Fidlar Rocks Orlando
I was expecting an aggressive, noisy and powerful night of high energy punk at The Social last night, and I was not disappointed.
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Arriving just before Metz took the stage, my eyes soaked in the scene. I noticed that every single person in the packed house seemed to either have a PBR clenched in their fist, or they sported a bold “X” sharpied onto the back of their hand signifying they were too young to imbibe. As I was a bit older than 99% of the crowd, I slipped over to the bar for my own PBR, hoping I’d blend in a bit – perhaps the bargain-priced crap beer that everyone else was swilling would help me fit in?
With the tall boy in my hand, I slipped over to the stage to snap a few photos of the band from Toronto that I knew precious little about.
Metz is a trio whose music is characterized as “noise rock” by Wikipedia, the only bio I came across as I quickly perused the vast internet. I’m more of a melodic rock fan, but am always open to rock of any genre, as long as it’s played with passion, and on this night, the passion literally poured out of this trio.
Metz had the crowd amped up, led by vocalist Alex Edkins’ vicious howls and head slamming guitar riffs. But, drummer Hayden Menzies stole the show, he was a non-stop maniac delivering freight train drums that had the pit at the Social in a constant state of motion. They delivered a twelve song thirty minute set that left all three band members soaked and the fans happily exhausted.
As the crew set-up for Fidlar, I drifted outside for some fresh air, anxious to see the headliners for the first time. I had heard a bit of their prior music releases, an edgy blend of California skate/surf punk, and had heard they were excellent live. With a name pulled from their mantra “Fuck It Dog Life’s A Risk,” I suspected I was in for a memorable show.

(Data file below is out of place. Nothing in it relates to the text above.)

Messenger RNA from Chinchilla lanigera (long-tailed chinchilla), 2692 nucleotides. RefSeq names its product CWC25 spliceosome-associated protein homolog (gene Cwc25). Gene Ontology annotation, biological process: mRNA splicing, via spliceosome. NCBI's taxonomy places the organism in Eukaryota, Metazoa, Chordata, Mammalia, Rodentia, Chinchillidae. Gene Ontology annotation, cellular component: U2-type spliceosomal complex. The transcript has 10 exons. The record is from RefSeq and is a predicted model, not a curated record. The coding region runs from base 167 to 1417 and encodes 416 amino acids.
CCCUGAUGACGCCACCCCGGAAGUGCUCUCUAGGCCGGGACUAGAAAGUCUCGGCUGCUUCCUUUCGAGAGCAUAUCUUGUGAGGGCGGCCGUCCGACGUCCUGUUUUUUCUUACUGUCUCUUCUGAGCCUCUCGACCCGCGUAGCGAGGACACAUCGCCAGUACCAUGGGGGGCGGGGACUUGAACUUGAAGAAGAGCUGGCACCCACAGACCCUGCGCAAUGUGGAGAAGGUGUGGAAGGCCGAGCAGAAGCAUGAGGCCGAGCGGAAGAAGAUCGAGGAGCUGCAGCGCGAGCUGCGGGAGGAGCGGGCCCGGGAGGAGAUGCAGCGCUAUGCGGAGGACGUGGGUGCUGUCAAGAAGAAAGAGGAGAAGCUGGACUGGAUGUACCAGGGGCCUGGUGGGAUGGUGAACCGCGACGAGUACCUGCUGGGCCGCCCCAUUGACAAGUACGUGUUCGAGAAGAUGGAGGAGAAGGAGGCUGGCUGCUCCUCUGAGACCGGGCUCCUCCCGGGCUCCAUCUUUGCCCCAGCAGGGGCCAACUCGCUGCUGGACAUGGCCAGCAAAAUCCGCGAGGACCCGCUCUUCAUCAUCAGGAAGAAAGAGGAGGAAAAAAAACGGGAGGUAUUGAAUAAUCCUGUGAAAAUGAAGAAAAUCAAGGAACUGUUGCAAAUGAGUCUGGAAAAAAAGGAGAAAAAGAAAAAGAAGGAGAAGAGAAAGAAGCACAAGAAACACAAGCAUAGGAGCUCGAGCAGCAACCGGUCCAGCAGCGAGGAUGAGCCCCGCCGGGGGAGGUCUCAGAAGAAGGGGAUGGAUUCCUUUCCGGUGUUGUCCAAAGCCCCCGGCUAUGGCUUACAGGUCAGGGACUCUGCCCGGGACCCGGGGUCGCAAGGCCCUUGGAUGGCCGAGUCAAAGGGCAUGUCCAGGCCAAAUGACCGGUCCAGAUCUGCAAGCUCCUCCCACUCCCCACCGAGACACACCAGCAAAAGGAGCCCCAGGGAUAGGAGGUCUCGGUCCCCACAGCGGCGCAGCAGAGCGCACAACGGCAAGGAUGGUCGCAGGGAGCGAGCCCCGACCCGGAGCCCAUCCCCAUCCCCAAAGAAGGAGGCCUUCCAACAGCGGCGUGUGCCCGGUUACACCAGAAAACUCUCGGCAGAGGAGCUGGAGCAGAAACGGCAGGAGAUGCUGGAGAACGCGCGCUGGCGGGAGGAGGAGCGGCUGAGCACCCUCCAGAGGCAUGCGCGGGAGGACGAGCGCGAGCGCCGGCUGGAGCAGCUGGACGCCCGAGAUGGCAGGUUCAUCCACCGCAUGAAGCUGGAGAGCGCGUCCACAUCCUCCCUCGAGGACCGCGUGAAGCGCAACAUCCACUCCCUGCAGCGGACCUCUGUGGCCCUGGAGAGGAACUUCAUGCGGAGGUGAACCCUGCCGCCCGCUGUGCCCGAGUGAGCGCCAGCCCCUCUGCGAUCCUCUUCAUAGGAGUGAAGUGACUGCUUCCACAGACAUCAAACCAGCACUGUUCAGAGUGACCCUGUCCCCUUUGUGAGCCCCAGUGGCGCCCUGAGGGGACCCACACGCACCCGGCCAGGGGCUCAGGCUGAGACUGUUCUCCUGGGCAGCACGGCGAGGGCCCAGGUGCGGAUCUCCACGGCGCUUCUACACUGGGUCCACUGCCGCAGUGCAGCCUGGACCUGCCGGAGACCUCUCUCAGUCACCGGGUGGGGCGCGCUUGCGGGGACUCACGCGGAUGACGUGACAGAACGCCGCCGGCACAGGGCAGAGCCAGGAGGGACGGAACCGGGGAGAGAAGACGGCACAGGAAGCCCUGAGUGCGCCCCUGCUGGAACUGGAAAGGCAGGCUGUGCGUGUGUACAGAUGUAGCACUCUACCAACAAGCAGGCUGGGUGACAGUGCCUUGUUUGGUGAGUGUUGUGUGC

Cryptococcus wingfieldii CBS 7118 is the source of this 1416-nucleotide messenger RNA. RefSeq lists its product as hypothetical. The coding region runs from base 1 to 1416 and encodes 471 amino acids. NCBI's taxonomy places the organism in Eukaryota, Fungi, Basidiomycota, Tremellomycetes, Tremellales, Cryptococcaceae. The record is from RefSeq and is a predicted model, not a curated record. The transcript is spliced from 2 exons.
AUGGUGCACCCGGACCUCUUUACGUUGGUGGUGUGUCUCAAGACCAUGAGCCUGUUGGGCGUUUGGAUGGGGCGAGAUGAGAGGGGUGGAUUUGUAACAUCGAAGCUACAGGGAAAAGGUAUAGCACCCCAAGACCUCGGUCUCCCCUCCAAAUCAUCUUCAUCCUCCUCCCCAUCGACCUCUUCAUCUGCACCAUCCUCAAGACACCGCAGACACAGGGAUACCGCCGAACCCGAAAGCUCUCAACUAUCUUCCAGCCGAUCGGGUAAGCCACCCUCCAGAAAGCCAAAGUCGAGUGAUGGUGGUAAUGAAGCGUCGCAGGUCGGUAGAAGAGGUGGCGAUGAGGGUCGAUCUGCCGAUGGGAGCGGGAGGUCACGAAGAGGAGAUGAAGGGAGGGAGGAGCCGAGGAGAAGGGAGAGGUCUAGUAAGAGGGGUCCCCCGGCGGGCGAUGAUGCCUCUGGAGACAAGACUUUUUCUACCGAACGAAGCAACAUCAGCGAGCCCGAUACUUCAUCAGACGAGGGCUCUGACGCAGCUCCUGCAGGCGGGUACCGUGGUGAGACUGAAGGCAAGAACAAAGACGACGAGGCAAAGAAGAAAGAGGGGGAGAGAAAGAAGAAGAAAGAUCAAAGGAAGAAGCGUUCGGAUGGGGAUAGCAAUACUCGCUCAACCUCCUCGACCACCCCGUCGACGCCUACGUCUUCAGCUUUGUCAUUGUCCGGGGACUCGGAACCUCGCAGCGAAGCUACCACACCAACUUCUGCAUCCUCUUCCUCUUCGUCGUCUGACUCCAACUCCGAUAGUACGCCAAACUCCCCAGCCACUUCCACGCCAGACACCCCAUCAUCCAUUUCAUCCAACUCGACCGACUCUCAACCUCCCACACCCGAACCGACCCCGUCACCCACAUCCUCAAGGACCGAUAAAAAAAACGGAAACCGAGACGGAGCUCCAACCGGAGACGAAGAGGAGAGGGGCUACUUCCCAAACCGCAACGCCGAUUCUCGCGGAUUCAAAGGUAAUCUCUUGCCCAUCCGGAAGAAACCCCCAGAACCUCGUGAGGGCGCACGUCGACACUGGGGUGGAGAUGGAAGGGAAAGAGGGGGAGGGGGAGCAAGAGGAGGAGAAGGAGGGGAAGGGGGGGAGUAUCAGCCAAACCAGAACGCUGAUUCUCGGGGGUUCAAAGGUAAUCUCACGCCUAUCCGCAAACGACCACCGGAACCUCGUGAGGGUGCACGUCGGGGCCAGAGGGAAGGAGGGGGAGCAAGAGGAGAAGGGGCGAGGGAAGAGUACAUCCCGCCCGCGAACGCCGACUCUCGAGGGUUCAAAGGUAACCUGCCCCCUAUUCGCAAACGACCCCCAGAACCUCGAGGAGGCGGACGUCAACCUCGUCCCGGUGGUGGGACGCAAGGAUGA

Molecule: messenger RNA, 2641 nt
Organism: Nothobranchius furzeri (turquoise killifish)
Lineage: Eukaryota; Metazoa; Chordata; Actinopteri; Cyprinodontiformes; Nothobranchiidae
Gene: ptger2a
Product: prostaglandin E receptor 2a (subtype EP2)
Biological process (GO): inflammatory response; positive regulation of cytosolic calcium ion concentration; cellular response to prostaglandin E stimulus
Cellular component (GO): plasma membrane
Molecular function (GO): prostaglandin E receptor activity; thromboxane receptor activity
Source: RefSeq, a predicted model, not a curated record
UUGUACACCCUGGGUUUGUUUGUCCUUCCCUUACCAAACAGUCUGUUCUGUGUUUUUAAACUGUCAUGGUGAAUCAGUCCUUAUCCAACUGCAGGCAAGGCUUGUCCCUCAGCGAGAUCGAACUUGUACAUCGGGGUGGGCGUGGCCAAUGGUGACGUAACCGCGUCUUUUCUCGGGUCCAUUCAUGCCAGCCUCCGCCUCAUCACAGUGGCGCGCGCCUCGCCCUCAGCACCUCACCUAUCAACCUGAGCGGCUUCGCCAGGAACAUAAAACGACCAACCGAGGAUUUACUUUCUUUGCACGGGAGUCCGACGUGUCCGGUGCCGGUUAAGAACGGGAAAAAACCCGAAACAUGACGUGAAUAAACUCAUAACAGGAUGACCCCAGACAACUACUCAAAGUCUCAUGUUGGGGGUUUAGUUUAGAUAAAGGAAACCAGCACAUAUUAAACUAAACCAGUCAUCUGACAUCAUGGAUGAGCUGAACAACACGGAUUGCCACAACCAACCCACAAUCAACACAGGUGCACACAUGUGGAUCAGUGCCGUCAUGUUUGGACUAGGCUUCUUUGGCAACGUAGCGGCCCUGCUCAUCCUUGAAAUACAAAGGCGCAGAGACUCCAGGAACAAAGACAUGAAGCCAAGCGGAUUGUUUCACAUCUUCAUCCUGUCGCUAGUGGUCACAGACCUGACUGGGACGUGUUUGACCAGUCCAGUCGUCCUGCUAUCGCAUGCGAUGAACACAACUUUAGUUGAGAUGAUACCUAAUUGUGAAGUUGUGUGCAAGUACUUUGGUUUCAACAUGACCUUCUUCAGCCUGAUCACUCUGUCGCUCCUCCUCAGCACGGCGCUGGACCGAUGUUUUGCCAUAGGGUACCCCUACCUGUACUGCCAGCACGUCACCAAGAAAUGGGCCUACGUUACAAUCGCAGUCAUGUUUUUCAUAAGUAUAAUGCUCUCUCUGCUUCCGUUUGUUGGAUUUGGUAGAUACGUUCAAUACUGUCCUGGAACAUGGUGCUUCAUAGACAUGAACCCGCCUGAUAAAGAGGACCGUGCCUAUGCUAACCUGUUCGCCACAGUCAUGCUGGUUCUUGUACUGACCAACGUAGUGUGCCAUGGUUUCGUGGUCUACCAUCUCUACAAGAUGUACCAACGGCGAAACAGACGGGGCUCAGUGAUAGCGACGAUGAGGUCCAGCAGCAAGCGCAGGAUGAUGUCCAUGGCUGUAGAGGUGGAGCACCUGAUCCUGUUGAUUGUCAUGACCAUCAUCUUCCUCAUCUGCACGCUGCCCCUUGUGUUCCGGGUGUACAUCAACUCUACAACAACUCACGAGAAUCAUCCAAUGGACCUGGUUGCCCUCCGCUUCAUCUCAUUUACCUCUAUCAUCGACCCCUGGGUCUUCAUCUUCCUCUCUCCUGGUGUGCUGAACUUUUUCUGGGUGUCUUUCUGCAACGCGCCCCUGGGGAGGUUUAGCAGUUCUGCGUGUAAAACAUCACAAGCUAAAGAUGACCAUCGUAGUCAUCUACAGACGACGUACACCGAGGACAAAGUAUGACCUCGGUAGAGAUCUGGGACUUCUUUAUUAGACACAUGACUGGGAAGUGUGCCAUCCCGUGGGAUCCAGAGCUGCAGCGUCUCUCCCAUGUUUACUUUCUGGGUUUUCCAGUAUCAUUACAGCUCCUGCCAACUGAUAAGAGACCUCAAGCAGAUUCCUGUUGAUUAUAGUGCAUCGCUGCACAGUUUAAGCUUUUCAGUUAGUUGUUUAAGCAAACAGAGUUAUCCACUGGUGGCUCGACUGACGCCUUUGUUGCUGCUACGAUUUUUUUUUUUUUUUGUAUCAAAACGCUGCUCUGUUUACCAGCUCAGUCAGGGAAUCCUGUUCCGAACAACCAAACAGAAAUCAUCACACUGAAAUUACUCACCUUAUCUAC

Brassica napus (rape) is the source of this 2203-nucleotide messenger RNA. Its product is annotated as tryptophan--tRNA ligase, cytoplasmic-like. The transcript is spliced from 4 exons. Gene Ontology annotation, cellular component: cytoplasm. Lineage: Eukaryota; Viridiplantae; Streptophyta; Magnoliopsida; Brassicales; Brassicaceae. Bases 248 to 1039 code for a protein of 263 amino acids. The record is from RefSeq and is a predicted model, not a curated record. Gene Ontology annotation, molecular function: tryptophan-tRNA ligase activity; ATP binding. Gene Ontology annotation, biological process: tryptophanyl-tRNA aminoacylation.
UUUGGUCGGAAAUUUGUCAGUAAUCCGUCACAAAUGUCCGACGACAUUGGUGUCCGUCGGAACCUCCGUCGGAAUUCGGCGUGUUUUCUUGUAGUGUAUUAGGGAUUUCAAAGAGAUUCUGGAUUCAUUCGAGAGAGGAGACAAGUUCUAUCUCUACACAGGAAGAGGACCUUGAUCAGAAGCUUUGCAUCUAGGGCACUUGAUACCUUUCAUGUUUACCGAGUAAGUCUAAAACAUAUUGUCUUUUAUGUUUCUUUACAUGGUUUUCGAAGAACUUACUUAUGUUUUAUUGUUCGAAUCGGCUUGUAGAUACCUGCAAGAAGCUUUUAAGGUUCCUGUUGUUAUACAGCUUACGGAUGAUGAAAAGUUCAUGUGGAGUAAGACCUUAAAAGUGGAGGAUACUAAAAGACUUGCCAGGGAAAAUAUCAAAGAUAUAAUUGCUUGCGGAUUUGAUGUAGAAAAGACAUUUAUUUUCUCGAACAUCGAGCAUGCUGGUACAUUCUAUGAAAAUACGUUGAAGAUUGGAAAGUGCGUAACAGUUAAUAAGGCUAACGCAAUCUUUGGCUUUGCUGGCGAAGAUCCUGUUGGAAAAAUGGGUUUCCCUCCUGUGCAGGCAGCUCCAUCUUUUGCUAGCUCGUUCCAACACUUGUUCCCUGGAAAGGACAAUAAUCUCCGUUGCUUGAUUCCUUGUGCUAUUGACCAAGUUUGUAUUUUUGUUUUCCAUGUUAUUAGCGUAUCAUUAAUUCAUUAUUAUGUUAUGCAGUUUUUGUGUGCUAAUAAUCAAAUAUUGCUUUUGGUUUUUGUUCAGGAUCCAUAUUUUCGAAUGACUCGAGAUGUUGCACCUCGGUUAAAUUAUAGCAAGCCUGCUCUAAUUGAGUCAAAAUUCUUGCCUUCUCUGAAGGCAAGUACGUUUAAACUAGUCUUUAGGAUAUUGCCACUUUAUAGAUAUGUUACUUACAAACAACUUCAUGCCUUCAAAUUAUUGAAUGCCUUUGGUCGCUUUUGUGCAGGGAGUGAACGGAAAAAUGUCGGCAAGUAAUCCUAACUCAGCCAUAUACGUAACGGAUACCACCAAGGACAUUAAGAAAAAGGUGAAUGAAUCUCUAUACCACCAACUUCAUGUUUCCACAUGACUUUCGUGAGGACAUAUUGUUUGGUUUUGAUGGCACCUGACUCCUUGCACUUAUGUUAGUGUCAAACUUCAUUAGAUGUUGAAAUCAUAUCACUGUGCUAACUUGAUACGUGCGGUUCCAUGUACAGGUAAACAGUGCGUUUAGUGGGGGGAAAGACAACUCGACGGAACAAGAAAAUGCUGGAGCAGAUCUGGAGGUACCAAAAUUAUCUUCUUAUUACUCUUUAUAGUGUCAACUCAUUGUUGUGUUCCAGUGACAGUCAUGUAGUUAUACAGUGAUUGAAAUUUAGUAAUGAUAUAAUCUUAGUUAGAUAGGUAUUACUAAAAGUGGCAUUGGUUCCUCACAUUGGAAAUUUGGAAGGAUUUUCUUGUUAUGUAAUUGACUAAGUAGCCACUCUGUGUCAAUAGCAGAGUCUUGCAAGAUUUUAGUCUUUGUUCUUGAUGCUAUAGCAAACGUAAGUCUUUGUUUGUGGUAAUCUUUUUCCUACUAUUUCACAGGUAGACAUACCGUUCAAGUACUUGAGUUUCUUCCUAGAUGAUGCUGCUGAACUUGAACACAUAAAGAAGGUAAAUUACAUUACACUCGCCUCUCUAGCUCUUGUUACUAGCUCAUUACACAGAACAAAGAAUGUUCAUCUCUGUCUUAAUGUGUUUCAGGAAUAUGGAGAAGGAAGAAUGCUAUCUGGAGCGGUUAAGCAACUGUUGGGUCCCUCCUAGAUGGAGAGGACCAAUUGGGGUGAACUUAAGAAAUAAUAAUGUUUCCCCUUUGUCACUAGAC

Unfortunately for me, they jumped into their set a full fifteen minutes early, and by the time I got back near the stage, the floor was a frenzied mass of flesh, and I was relegated to a spot deep in the back of the club. Hence the absence of quality photos for this show.
From the first notes of “Stoked And Broke,” the entire floor was immediately transformed into a buzzing mosh pit. The young crowd was instantly 100% bought into their music.
Front man Zac Carper, decked out in a Hawaiian shirt and cut-off board shorts epitomizes the surf/skate culture that Fidlar caters to. He’s the focal point, but the entire band is tight and cohesive and sound like they are in their element playing their hard-edged stuff. Carper shares vocal duties with guitarist Elvis Kuehn, and the distinctive dual vocals added a nice dynamic to their sound.
By the time they slipped into their second song, “Max Can’t Surf,” they had won over the entire club. Their fans were dancing everywhere, bouncing around, singing along and smiling incessantly. The pit area at The Social was transformed into one surging, writhing organism, pulsating and shifting as one as the fans careened across the floor in a constant state of harmonious chaos. It was impressive watching so many fans slamming into each other, but in a clearly pleasant, caring way – I’m sure I’m doing a horrible job describing it, but this was not your typical most pit.
Fidlar churned through another dozen songs and interacted with the appreciative crowd throughout. When one fan got out of hand, Kuehm ushered security over to help out, it was one of those rare nights. Carper was dynamic and fun; at times, he played amidst the crowd, dropped to his knees for emphasis and waxed eloquently to the fans, sharing his seemingly random thoughts on the use of “Fuck You” for instance, flashing back to rehab experiences, and randomly sliding into a verse of “The Lime And The Coconut.” All unexpected treats from a band that continues to grow their passionate fan base.
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